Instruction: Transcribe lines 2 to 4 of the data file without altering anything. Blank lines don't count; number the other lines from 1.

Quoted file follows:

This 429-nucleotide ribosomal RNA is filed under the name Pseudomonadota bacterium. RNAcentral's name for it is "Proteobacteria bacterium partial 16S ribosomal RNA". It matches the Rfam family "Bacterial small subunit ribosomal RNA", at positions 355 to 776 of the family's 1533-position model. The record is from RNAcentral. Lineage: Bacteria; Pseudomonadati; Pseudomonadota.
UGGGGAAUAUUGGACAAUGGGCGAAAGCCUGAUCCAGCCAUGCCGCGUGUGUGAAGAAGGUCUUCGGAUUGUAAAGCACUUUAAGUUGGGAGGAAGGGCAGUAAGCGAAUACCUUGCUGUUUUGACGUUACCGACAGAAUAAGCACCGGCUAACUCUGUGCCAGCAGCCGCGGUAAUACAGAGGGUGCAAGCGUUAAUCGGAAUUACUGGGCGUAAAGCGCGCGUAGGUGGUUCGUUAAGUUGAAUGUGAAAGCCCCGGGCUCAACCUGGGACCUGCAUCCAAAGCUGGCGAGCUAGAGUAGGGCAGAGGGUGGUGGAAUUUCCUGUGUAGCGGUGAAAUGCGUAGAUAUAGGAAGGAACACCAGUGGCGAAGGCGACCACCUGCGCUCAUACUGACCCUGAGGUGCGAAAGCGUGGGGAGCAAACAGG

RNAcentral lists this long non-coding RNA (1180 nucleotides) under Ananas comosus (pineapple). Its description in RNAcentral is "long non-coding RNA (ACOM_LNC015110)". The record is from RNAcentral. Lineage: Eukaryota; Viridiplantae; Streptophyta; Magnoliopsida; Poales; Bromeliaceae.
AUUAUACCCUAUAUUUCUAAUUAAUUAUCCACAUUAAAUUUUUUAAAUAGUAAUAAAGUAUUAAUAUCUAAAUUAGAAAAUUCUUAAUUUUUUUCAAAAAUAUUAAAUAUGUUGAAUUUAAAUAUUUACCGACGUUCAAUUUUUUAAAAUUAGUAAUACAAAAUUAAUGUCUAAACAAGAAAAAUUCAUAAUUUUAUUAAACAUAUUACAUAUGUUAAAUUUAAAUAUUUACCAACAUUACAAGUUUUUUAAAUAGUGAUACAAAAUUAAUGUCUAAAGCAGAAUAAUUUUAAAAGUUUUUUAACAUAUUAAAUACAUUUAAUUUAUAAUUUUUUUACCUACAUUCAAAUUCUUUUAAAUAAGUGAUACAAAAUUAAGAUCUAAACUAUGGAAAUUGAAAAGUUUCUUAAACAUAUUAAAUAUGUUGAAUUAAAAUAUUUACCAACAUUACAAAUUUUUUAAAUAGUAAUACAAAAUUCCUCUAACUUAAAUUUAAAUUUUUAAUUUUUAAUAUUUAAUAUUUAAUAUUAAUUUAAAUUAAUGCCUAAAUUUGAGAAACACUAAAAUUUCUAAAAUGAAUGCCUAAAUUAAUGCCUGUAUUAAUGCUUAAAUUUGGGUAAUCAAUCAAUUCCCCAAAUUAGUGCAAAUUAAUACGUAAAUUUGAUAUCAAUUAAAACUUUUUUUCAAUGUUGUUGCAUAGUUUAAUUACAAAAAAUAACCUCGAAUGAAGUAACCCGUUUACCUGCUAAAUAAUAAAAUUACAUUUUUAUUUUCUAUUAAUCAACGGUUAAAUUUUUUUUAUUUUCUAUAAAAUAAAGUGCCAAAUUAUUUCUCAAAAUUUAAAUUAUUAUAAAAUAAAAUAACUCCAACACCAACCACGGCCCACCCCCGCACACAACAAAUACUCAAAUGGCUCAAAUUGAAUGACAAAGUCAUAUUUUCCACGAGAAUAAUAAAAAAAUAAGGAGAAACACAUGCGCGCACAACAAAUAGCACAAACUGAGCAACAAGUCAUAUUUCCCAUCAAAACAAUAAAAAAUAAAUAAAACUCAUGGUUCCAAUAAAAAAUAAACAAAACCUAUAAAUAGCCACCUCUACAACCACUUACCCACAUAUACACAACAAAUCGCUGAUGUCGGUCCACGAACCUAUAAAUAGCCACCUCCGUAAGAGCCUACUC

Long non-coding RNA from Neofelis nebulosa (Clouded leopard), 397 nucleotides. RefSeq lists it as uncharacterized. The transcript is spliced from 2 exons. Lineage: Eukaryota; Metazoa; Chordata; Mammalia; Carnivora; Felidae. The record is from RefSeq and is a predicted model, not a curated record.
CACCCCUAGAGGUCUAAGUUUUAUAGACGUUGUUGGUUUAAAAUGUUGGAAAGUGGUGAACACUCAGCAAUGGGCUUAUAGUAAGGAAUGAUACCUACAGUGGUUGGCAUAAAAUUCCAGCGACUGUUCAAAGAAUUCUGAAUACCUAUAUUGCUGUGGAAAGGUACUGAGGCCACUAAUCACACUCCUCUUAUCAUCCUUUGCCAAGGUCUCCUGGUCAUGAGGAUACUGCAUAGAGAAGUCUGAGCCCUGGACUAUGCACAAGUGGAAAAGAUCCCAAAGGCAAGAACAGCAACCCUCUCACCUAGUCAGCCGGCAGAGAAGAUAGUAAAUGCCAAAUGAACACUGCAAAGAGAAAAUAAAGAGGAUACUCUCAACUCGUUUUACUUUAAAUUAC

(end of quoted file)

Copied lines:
UGGGGAAUAUUGGACAAUGGGCGAAAGCCUGAUCCAGCCAUGCCGCGUGUGUGAAGAAGGUCUUCGGAUUGUAAAGCACUUUAAGUUGGGAGGAAGGGCAGUAAGCGAAUACCUUGCUGUUUUGACGUUACCGACAGAAUAAGCACCGGCUAACUCUGUGCCAGCAGCCGCGGUAAUACAGAGGGUGCAAGCGUUAAUCGGAAUUACUGGGCGUAAAGCGCGCGUAGGUGGUUCGUUAAGUUGAAUGUGAAAGCCCCGGGCUCAACCUGGGACCUGCAUCCAAAGCUGGCGAGCUAGAGUAGGGCAGAGGGUGGUGGAAUUUCCUGUGUAGCGGUGAAAUGCGUAGAUAUAGGAAGGAACACCAGUGGCGAAGGCGACCACCUGCGCUCAUACUGACCCUGAGGUGCGAAAGCGUGGGGAGCAAACAGG

RNAcentral lists this long non-coding RNA (1180 nucleotides) under Ananas comosus (pineapple). Its description in RNAcentral is "long non-coding RNA (ACOM_LNC015110)". The record is from RNAcentral. Lineage: Eukaryota; Viridiplantae; Streptophyta; Magnoliopsida; Poales; Bromeliaceae.
AUUAUACCCUAUAUUUCUAAUUAAUUAUCCACAUUAAAUUUUUUAAAUAGUAAUAAAGUAUUAAUAUCUAAAUUAGAAAAUUCUUAAUUUUUUUCAAAAAUAUUAAAUAUGUUGAAUUUAAAUAUUUACCGACGUUCAAUUUUUUAAAAUUAGUAAUACAAAAUUAAUGUCUAAACAAGAAAAAUUCAUAAUUUUAUUAAACAUAUUACAUAUGUUAAAUUUAAAUAUUUACCAACAUUACAAGUUUUUUAAAUAGUGAUACAAAAUUAAUGUCUAAAGCAGAAUAAUUUUAAAAGUUUUUUAACAUAUUAAAUACAUUUAAUUUAUAAUUUUUUUACCUACAUUCAAAUUCUUUUAAAUAAGUGAUACAAAAUUAAGAUCUAAACUAUGGAAAUUGAAAAGUUUCUUAAACAUAUUAAAUAUGUUGAAUUAAAAUAUUUACCAACAUUACAAAUUUUUUAAAUAGUAAUACAAAAUUCCUCUAACUUAAAUUUAAAUUUUUAAUUUUUAAUAUUUAAUAUUUAAUAUUAAUUUAAAUUAAUGCCUAAAUUUGAGAAACACUAAAAUUUCUAAAAUGAAUGCCUAAAUUAAUGCCUGUAUUAAUGCUUAAAUUUGGGUAAUCAAUCAAUUCCCCAAAUUAGUGCAAAUUAAUACGUAAAUUUGAUAUCAAUUAAAACUUUUUUUCAAUGUUGUUGCAUAGUUUAAUUACAAAAAAUAACCUCGAAUGAAGUAACCCGUUUACCUGCUAAAUAAUAAAAUUACAUUUUUAUUUUCUAUUAAUCAACGGUUAAAUUUUUUUUAUUUUCUAUAAAAUAAAGUGCCAAAUUAUUUCUCAAAAUUUAAAUUAUUAUAAAAUAAAAUAACUCCAACACCAACCACGGCCCACCCCCGCACACAACAAAUACUCAAAUGGCUCAAAUUGAAUGACAAAGUCAUAUUUUCCACGAGAAUAAUAAAAAAAUAAGGAGAAACACAUGCGCGCACAACAAAUAGCACAAACUGAGCAACAAGUCAUAUUUCCCAUCAAAACAAUAAAAAAUAAAUAAAACUCAUGGUUCCAAUAAAAAAUAAACAAAACCUAUAAAUAGCCACCUCUACAACCACUUACCCACAUAUACACAACAAAUCGCUGAUGUCGGUCCACGAACCUAUAAAUAGCCACCUCCGUAAGAGCCUACUC